With Britain on the way to reclaiming its sovereignty and domestic affairs from the EU after voting to leave in June 2016, with too most recently triggering Article 50 back in March, the land and property markets have been a mixed bag of feelings – apprehensive but forward – looking to what could be for their market.
Brexit is looking to remove various regulations placed upon the country by the European Union, whilst others are expected to be repealed, both for the land market and the property market. Some of this regulation in reference to the land market includes that farmers must leave at least 7% of their land untouched, which can be detrimental to small farmers with a low-income. Whilst another EU regulation sees landowners paid subsidies by the EU for keeping their land bare which, in the process, results in wildlife habitat destruction in order to clear the land to recoup the subsidy. Regulation too affects the property market but in a more concealed manner. The EU doesn’t have much of a presence in property law, leaving it to the member states, but its legislation in other areas have had implications for property investment. One of these legislation prohibits registering mortgages in foreign currencies, increasing the difficulties involved in investing into the country that you’re not based in. These two examples of two different policies and regulations are a view into what could soon be either removed or upheld as British law sometime in the near future.
The landscape of the land market so far this year has seen growth in house building slow down, even during a time in which the UK government has hoped on developers to increase the production of house building. This decrease, albeit a PMI of 52.2 from 52.5 in February, is minuscule, however, a slowdown in house building is a knock on effect to a slowdown in the amount of land purchased around the country – whether brownfield or otherwise.
The landscape of the property market so far this year has seen house prices fall for the first time in 20 months this Match, by 0.3% – apparent evidence of the increasing squeeze on consumers. House prices in the UK now average at £207,308. In February, house prices had risen by 0.6% and this decrease in property prices a month later was enough to surprise economists, who had forecast a 0.4% increase in prices. The decrease is said to have been due to a combination of rising inflation and weak wage growth. It is important to note though, that despite the decrease coming after 20 months of a gradual increase, economists do not believe there will be a housing crash and expect property to increase by around 2.5% in 2017.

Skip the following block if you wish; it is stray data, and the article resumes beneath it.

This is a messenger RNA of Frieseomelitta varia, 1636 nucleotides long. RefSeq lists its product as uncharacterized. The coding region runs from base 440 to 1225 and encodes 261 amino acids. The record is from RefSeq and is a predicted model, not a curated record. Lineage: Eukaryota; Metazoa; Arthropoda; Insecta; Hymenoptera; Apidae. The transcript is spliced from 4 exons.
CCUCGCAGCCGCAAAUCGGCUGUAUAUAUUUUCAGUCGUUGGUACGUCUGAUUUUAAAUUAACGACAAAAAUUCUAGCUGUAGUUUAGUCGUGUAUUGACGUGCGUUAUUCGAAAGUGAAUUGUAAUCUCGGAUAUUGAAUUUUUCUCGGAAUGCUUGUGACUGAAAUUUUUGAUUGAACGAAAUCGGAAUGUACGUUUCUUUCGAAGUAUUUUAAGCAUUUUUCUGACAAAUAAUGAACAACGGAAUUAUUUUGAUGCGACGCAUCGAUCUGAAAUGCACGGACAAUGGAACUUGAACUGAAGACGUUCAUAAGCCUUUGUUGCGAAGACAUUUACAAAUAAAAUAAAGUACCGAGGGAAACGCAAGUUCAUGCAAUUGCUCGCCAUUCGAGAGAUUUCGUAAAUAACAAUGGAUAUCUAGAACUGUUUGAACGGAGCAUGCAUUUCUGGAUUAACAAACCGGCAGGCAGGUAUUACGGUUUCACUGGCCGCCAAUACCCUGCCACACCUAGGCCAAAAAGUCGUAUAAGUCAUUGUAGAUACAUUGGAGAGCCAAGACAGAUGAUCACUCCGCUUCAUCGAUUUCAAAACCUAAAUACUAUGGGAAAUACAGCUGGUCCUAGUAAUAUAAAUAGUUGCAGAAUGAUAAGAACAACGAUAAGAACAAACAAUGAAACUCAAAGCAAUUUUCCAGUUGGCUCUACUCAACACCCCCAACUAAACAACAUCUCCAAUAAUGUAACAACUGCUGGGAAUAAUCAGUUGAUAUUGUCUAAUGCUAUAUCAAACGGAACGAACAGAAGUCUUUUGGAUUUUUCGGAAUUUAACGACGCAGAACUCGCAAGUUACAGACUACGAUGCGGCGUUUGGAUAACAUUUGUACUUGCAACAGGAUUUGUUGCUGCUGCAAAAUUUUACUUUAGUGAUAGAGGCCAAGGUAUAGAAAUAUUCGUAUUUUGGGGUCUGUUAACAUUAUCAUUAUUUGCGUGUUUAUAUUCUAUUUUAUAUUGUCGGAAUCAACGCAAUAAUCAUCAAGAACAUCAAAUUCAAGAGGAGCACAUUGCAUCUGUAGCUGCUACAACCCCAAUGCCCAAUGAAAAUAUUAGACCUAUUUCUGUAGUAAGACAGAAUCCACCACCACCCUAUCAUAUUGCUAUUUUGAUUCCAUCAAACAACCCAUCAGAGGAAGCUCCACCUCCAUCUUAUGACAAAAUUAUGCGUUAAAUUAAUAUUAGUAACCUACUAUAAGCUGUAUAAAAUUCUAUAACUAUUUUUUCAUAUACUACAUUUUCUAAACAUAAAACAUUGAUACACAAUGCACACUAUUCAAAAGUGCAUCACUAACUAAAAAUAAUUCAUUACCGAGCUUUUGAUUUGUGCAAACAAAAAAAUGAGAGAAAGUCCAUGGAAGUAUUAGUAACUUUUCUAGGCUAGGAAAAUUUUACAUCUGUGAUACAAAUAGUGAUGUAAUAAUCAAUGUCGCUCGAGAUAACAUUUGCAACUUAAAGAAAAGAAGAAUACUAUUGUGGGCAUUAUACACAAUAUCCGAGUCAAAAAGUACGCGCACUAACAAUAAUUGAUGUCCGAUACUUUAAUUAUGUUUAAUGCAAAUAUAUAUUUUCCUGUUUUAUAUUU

The land market, although one that many may overlook, actually comes with many benefits and advantages for investing in. In 2017, as the date of Crossrail project begins to come to fruition before the opening later in 2019, the paths of investment heading alongside the route of this upcoming project, from Reading in the West to Shenfield in the East, could be significantly profitable for those who choose to capitalise on investing land within any areas in between. As more people will opt in to living around areas the new rail line features in to access faster travel into London and elsewhere, property developers are likely to swarm to such areas to build property that will best satisfy. The same story can be seen with the land alongside that of HS2 (High Speed 2), UK’s planned high-speed railway of which links London, Birmingham, East Midlands, Leeds and Manchester. A wise and daring land investor could even buy the land on the route of such line in order to sell back to the government at a later date when requested – land that its current owners may just be desperate to get rid of now.
With property, the same aspect applies to buying property along paths of investment for profitability, but it isn’t necessary always the case. Unlike land, property prices can fluctuate significantly more, and there are a lot of factors that can affect their desirability depending on what purpose the property serves.
However, buying property does have its advantages in the current climate. Despite a few minor setbacks, house prices have been ever-increasing with no sign of slow down, meaning your investment could easily pay off if you were to later sell such property in the near future. Demand is also very high for property. The population growth hasn’t seen a slowdown and housing supply is at a 100 year, meaning your purchase will be highly sought after.
Advantages of buying land includes the lack of a need for any maintenance, saving you money and time. There too are no bills to pay after the land is in your possession, unlike property, and it is also more “rare” thus more profitable; they aren’t making any more land, but they are making more property. You also have near to no competition to deal with and to outbid, as most investors will stick to what they know – property.
At the end of it all, what you choose to buy will be simply down to your own decision. There are both advantages and perks that are included with buying land and property, but both can be a risk. With huge financial purchasing power decisions, these deserve huge decision-making processes to ensure you get it right. Whatever you decide upon, we wish you the best of luck in your venture and offer you our options for land insurance and landlord insurance – ensuring your property or land is protected against any existential threats.